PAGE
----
For the 20-plus years I’ve written this column I have not written about my faith very often. I feel that my faith is strong, but it’s a food-travel column for the most part, and it never seemed the proper forum. Nevertheless, this year my publish date is on Christmas. I don’t know if the newspapers will publish this, but I’m sending it in, nevertheless.
This isn’t scripture or a religious lesson. It’s one of my favorite readings from a sermon delivered by James Allan Francis in 1926. It speaks for itself. May you and yours have the merriest of Christmases and may 2020 bring you love, joy, and a peace that passes all understanding.
He was born in an obscure village,
The child of a peasant woman.
He grew up in still another village,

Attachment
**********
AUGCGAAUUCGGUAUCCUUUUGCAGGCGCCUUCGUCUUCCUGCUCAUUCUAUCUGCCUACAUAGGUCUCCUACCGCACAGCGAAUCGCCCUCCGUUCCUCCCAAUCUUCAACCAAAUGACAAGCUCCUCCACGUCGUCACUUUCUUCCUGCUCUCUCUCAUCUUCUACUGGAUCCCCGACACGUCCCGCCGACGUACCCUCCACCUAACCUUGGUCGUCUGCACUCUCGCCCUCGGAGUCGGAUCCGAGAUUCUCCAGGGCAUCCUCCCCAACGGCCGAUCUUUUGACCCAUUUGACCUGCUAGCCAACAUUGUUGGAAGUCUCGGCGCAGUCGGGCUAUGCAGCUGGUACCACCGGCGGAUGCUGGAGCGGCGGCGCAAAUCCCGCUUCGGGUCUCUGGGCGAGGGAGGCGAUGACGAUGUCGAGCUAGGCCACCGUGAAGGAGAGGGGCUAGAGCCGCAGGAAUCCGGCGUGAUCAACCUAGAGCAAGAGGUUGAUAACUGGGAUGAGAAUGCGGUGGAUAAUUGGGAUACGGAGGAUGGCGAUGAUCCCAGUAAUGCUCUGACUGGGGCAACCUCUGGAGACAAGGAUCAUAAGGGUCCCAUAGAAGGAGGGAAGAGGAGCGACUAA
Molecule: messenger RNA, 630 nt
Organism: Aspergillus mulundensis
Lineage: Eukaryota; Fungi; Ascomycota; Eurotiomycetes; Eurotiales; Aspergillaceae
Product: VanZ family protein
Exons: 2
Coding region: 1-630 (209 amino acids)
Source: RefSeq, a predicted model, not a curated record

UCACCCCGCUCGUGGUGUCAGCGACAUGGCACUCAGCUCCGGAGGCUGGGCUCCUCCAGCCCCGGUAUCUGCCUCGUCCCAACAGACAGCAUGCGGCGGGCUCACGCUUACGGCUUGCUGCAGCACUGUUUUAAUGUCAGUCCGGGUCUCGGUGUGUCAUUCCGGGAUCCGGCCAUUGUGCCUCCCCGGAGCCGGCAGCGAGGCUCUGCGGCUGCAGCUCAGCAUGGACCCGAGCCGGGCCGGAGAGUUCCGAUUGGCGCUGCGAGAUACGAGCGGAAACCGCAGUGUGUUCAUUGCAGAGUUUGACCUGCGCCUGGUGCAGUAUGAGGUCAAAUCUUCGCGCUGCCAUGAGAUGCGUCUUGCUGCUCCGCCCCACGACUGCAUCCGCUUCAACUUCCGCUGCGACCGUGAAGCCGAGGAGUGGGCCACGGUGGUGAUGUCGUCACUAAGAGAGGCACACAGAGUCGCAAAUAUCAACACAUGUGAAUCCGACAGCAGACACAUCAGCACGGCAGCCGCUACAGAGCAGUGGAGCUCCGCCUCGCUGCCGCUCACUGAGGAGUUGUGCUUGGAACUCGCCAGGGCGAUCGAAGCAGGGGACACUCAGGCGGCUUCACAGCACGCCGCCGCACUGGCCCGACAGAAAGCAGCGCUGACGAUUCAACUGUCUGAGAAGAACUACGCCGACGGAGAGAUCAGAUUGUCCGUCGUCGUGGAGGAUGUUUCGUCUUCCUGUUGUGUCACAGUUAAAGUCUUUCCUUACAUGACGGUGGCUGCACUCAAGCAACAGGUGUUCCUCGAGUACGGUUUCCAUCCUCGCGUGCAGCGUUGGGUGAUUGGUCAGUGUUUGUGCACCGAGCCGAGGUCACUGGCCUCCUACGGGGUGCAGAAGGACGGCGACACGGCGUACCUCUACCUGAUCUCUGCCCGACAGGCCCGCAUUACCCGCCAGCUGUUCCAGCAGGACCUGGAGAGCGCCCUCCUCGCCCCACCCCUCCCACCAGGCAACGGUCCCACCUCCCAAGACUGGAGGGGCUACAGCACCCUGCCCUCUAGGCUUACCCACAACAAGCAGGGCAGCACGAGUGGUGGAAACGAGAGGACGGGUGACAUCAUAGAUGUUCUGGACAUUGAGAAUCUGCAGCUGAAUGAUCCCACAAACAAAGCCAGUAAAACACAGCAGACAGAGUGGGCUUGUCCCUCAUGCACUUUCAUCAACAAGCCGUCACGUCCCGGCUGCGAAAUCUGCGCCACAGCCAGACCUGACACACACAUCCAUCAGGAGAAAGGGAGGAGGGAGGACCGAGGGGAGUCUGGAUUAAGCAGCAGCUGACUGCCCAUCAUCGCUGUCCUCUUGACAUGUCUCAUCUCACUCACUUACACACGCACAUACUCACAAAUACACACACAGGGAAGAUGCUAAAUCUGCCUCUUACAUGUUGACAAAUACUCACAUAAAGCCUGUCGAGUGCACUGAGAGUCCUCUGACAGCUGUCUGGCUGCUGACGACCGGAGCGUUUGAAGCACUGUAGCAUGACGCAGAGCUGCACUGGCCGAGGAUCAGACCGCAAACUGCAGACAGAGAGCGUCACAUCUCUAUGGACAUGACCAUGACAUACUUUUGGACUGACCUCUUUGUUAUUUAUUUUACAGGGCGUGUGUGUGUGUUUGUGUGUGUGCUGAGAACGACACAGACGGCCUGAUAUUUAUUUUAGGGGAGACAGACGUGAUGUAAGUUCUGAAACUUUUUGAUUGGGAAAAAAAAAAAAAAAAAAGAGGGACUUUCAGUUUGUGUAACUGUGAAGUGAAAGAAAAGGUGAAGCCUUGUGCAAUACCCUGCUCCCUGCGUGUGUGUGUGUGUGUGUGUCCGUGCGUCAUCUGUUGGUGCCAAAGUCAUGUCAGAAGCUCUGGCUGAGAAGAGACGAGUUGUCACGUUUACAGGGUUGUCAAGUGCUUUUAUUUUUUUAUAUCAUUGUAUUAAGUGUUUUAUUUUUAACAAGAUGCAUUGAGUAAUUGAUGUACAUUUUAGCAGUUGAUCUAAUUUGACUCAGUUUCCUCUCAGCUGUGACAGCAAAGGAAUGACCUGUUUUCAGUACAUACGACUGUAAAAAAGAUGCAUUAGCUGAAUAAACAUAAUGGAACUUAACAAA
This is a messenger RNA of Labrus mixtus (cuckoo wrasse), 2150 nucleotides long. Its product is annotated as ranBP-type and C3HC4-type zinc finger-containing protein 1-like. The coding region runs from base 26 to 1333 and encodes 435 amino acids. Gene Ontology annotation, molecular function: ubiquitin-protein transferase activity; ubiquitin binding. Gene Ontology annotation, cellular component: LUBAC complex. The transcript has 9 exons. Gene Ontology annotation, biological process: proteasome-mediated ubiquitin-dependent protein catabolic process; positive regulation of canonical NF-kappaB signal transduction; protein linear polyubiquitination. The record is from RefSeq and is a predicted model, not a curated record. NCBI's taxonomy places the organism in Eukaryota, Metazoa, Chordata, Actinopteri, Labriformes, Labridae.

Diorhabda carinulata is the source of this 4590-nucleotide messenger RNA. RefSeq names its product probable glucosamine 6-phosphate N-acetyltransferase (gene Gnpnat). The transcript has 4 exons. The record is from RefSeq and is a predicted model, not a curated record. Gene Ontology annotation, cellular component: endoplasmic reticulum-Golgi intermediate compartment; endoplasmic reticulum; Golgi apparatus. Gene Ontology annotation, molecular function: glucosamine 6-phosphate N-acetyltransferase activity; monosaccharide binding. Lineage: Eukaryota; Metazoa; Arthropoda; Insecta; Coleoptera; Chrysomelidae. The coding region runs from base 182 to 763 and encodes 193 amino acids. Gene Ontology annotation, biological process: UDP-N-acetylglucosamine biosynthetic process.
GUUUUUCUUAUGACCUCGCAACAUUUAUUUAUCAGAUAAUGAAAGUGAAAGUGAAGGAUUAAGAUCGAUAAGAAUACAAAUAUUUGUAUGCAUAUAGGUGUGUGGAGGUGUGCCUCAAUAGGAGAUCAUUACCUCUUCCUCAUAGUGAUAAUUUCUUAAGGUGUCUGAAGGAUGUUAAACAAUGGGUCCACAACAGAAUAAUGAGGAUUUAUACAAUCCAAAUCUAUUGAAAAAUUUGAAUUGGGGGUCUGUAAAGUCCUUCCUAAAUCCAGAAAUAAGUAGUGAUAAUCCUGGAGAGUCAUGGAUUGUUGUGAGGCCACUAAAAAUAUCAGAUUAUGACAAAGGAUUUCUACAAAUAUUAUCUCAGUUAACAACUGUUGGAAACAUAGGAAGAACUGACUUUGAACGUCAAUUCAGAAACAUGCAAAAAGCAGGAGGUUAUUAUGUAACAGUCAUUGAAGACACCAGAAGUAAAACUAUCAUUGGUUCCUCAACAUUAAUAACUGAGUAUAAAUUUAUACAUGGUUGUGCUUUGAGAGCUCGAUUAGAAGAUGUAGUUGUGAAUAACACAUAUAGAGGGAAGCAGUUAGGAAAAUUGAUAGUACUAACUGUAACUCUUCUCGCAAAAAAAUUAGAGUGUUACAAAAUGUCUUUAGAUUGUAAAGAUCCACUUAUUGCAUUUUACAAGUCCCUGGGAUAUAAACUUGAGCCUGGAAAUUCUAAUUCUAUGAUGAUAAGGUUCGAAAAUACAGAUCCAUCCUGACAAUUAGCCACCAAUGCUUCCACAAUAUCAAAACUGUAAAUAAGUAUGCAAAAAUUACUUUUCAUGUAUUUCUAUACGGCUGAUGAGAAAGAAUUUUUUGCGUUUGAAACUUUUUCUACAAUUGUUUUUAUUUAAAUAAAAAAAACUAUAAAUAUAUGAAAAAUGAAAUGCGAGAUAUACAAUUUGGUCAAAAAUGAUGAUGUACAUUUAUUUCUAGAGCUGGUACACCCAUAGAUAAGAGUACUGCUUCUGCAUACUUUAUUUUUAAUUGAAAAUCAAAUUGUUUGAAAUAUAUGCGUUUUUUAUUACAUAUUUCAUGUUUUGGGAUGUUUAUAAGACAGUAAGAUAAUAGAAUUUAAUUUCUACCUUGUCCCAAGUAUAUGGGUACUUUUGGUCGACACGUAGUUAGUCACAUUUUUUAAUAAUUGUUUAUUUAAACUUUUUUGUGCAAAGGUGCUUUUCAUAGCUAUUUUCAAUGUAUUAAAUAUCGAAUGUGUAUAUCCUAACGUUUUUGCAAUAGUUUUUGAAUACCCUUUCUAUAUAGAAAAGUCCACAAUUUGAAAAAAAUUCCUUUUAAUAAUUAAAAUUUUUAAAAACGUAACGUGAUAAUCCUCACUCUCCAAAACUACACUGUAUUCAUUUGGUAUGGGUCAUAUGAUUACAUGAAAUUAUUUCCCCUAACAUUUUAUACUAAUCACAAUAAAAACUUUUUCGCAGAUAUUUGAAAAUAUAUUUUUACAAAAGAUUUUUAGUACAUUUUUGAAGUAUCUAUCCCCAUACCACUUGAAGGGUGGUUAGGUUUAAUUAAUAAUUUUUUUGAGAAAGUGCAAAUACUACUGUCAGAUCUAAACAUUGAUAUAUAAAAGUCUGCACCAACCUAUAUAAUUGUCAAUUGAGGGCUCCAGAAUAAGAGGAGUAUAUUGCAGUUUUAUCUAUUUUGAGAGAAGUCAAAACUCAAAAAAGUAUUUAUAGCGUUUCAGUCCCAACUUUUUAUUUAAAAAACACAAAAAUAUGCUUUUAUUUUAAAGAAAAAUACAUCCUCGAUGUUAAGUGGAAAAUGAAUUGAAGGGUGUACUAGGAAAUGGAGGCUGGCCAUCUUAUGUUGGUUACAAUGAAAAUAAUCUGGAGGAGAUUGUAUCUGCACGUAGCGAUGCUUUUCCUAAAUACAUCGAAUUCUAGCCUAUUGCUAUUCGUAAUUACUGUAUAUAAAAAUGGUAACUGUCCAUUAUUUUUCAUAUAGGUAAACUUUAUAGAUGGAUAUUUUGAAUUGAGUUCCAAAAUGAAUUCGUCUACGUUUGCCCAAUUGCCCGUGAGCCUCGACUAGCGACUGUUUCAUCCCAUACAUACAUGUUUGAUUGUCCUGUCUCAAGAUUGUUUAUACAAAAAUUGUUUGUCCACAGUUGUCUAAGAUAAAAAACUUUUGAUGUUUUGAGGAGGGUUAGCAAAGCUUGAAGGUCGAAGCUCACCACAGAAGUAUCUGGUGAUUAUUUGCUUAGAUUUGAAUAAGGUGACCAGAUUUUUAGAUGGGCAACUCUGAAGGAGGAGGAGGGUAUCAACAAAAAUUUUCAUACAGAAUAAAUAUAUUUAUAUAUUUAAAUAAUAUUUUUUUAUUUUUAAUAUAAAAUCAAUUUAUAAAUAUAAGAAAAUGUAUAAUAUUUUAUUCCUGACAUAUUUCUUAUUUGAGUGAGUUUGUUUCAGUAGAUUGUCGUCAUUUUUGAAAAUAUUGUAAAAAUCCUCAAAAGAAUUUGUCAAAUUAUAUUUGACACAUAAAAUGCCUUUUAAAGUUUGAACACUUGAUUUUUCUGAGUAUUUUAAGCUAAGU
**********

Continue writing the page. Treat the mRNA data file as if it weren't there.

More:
Where he worked in a carpenter shop
Until he was thirty.
Then for three years
He was an itinerant preacher.
He never wrote a book.
He never held an office.
He never had a family or owned a house.
He didn’t go to college.
He never visited a big city.
He never traveled two hundred miles
From the place where he was born.
He did none of the things
One usually associates with greatness.
He had no credentials but himself.
He was only thirty-three
When the tide of public opinion turned against him.
His friends ran away.
He was turned over to his enemies.
And went through the mockery of a trial.
He was nailed to a cross
Between two thieves.
While he was dying,
His executioners gambled for his clothing,
The only property he had on Earth.
When he was dead,
He was laid in a borrowed grave
Through the pity of a friend.
Twenty centuries have come and gone,
And today he is the central figure
Of the human race,
And the leader of mankind’s progress.
All the armies that ever marched,
All the navies that ever sailed,
All the parliament that ever sat,
All the kings that ever reigned,
Put together have not affected
The life of man on Earth
As much as that
One Solitary Life.